Roy Thomas has attempted to remain faithful to the tone of the original text rather than modernising the language for his graphic novel.  He provides the reader with an introduction to Herman Melville’s original novel and a concise biography of the author.

Pascal Alixe’s illustrations are excellent.  Alixe uses subdued tones of blue, grey, green and brown to create an atmosphere through which we can visualise the cold, bleak coast of New England and what it would be like aboard a sailing ship in treacherous seas.

Facial expressions superbly convey the emotions of each character, especially the crazed Captain Ahab and add to the high drama of the story.  Those readers who are familiar with Moby Dick on film will not be disappointed by the graphic novel’s rendition of the Polynesian harpoonist Queequeg, who is a favourite character of many people.

After the horror of seeing Japanese whaling vessels pursuing whales on the television news at least you can rest assured that when reading Moby Dick that the whale will come out on top.  As a modern reader, I found it interesting to consider that the issue of whether the whale would survive to be important to me but to readers in 1851, the morality of whaling probably did not come into question.  Moby Dick is even referred to as a great fish!  Moby Dick was essentially about one man’s obsession, to the point of madness, in seeking revenge against the greater force of nature.  Reading Moby Dick, one learns not only about the superstitious nature of sailors but also of how much people used to believe in the concepts of fate, omens, retribution and the wrath of God.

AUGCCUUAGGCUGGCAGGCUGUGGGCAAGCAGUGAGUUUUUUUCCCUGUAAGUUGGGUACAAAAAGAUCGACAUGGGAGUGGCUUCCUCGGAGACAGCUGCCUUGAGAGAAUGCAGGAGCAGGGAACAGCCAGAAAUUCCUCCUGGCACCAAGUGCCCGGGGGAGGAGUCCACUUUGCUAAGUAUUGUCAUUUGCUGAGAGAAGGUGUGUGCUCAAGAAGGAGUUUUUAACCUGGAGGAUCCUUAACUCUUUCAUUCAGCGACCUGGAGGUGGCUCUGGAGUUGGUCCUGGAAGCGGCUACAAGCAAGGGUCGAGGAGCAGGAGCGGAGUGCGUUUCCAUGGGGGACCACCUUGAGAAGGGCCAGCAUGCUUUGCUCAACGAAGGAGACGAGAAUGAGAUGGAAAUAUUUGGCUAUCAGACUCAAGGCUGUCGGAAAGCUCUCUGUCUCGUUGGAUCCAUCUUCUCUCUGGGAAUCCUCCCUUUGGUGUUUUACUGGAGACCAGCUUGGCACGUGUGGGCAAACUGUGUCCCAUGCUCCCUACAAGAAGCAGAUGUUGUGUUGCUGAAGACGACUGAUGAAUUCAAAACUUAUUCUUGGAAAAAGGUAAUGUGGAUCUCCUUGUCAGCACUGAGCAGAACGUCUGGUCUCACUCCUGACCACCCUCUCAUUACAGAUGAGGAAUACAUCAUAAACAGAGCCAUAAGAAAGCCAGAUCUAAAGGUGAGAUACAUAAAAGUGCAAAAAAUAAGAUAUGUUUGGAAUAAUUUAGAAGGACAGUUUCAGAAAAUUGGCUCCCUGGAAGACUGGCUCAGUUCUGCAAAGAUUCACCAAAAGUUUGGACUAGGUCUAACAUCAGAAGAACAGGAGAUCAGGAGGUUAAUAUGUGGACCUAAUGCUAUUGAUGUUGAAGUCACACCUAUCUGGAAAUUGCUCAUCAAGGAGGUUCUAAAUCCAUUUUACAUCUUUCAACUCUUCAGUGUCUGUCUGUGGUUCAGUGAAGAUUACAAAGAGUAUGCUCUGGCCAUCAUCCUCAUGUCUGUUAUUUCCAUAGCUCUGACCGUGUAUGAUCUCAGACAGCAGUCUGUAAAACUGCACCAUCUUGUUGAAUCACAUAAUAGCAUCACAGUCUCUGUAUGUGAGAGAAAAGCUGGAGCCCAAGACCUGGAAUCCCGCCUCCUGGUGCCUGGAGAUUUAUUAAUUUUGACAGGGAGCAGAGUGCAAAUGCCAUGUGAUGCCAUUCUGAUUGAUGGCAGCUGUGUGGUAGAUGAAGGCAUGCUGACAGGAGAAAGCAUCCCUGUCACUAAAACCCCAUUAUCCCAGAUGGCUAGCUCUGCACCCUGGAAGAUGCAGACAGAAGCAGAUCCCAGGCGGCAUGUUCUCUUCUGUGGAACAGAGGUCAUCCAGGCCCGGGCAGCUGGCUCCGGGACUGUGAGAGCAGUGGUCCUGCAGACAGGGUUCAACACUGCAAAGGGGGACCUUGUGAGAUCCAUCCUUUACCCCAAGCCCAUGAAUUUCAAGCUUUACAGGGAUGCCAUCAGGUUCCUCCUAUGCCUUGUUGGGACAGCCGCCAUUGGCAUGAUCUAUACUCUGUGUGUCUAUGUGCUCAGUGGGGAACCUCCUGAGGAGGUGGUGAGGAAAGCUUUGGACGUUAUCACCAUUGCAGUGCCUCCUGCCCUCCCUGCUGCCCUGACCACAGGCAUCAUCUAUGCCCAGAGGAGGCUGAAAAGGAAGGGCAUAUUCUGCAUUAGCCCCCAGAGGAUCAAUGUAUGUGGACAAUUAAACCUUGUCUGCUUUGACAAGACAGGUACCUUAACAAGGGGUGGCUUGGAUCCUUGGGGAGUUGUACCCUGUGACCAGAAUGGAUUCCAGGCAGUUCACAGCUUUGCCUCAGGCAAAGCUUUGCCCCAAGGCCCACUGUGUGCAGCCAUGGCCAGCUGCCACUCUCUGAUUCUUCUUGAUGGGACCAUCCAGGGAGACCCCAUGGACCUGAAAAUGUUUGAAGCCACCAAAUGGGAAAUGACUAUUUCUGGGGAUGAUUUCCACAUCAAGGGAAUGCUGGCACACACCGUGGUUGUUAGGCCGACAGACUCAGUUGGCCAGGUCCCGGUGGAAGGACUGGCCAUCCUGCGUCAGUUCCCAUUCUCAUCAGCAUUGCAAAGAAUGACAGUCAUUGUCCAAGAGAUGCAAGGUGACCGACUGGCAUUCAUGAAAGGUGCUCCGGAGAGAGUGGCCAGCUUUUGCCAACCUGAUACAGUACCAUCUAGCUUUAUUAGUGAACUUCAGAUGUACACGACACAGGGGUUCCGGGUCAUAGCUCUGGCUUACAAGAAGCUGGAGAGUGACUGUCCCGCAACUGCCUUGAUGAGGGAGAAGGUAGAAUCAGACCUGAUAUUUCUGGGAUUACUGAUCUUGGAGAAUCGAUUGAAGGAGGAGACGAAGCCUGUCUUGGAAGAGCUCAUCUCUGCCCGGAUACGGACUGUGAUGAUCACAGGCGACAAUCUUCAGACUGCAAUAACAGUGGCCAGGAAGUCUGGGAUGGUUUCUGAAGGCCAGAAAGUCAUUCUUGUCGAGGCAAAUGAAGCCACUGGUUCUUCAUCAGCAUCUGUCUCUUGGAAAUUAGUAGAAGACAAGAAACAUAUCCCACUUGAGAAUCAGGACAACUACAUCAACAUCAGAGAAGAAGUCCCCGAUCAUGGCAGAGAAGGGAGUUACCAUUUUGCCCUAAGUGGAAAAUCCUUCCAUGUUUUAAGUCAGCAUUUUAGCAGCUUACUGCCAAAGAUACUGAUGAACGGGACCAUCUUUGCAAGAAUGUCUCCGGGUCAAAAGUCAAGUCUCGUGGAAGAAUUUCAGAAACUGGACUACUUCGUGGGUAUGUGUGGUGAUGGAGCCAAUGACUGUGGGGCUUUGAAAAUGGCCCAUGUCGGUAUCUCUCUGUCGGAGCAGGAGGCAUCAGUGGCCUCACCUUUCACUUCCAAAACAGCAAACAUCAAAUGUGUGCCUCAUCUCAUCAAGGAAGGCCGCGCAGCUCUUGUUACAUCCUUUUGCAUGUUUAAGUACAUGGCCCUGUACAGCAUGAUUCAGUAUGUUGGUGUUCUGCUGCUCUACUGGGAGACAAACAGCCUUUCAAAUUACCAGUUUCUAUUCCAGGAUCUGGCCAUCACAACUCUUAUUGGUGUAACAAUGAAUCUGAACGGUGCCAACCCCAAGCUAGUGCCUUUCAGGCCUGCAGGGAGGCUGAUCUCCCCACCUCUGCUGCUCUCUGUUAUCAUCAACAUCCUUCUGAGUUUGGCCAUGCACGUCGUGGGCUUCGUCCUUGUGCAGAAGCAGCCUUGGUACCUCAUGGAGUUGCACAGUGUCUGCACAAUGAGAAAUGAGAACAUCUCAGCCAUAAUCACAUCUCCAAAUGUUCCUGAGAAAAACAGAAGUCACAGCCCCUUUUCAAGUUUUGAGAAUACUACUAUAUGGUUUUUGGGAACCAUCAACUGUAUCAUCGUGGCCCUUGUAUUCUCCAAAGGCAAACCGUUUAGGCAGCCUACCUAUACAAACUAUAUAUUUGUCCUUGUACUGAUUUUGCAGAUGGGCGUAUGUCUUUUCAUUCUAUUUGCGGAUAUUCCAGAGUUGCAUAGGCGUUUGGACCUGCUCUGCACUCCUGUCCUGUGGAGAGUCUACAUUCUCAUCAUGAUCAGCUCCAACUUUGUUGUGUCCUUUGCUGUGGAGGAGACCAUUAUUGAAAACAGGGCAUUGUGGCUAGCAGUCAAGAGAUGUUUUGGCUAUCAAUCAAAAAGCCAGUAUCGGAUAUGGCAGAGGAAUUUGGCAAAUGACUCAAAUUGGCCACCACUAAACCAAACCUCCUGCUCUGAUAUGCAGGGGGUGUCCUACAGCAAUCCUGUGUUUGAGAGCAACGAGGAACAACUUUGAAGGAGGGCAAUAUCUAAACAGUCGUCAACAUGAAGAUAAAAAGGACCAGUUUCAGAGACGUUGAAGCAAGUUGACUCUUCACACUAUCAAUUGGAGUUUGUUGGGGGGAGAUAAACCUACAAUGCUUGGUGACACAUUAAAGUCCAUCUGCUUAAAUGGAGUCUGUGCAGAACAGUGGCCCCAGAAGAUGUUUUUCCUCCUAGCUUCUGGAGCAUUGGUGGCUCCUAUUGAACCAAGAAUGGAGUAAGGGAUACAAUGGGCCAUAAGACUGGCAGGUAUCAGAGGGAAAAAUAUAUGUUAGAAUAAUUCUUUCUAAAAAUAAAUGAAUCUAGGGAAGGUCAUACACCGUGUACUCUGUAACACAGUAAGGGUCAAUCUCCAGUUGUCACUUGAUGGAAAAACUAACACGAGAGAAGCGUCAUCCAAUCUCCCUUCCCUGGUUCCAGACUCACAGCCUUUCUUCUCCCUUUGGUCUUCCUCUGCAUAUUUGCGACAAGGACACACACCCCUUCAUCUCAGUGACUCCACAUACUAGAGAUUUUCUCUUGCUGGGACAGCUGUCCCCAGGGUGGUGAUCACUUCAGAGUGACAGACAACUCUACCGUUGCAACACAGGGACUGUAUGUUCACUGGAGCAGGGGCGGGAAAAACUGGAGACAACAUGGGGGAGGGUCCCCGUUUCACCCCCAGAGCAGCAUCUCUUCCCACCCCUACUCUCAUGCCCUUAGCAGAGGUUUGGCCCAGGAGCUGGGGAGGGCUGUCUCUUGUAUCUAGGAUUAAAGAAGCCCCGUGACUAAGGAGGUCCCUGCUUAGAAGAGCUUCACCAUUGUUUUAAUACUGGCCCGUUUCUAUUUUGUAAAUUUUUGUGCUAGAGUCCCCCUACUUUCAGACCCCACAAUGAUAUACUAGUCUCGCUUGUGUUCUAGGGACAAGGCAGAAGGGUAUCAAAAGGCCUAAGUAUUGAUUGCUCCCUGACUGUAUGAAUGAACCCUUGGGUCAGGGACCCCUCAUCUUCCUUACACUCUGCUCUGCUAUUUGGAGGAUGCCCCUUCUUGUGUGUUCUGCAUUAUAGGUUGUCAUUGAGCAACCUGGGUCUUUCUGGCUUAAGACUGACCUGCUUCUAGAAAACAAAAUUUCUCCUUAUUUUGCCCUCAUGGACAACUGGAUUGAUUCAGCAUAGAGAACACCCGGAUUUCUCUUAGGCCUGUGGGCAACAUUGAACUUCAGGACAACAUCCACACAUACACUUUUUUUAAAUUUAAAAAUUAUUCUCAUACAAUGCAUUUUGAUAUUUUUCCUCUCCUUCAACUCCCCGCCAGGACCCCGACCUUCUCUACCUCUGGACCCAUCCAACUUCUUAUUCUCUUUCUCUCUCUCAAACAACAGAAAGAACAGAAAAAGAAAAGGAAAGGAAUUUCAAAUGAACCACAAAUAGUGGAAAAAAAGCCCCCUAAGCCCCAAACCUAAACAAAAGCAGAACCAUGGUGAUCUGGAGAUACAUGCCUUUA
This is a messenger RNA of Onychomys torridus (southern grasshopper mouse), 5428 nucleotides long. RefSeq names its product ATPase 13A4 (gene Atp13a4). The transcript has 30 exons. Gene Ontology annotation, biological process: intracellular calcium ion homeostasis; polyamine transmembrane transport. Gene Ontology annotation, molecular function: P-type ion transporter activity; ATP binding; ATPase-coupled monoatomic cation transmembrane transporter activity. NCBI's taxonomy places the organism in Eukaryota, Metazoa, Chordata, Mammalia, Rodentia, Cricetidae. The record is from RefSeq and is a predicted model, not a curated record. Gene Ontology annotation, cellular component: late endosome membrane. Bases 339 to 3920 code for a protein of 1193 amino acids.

Readers should be aware that this graphic novel features illustrations of whales which have been hunted and killed.

You can search the Library’s online catalogue to reserve the graphic novel Moby Dick or Herman Melville’s original novel, a DVD or even a children’s version of his classic work.  Or enquire next time you visit the Library.